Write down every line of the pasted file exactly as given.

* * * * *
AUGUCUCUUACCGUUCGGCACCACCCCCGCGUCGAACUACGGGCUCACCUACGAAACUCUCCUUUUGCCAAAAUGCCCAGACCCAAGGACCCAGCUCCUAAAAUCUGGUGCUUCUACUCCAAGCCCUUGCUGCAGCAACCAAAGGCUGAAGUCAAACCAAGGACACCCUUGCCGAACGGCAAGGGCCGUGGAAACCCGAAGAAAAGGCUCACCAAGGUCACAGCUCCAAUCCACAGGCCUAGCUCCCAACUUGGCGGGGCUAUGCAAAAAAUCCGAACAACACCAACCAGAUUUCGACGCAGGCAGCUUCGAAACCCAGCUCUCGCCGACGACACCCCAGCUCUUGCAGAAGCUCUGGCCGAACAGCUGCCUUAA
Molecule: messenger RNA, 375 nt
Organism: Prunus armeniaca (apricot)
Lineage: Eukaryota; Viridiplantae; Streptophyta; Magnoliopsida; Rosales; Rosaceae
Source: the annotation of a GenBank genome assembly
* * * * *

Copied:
AUGUCUCUUACCGUUCGGCACCACCCCCGCGUCGAACUACGGGCUCACCUACGAAACUCUCCUUUUGCCAAAAUGCCCAGACCCAAGGACCCAGCUCCUAAAAUCUGGUGCUUCUACUCCAAGCCCUUGCUGCAGCAACCAAAGGCUGAAGUCAAACCAAGGACACCCUUGCCGAACGGCAAGGGCCGUGGAAACCCGAAGAAAAGGCUCACCAAGGUCACAGCUCCAAUCCACAGGCCUAGCUCCCAACUUGGCGGGGCUAUGCAAAAAAUCCGAACAACACCAACCAGAUUUCGACGCAGGCAGCUUCGAAACCCAGCUCUCGCCGACGACACCCCAGCUCUUGCAGAAGCUCUGGCCGAACAGCUGCCUUAA
Molecule: messenger RNA, 375 nt
Organism: Prunus armeniaca (apricot)
Lineage: Eukaryota; Viridiplantae; Streptophyta; Magnoliopsida; Rosales; Rosaceae
Source: the annotation of a GenBank genome assembly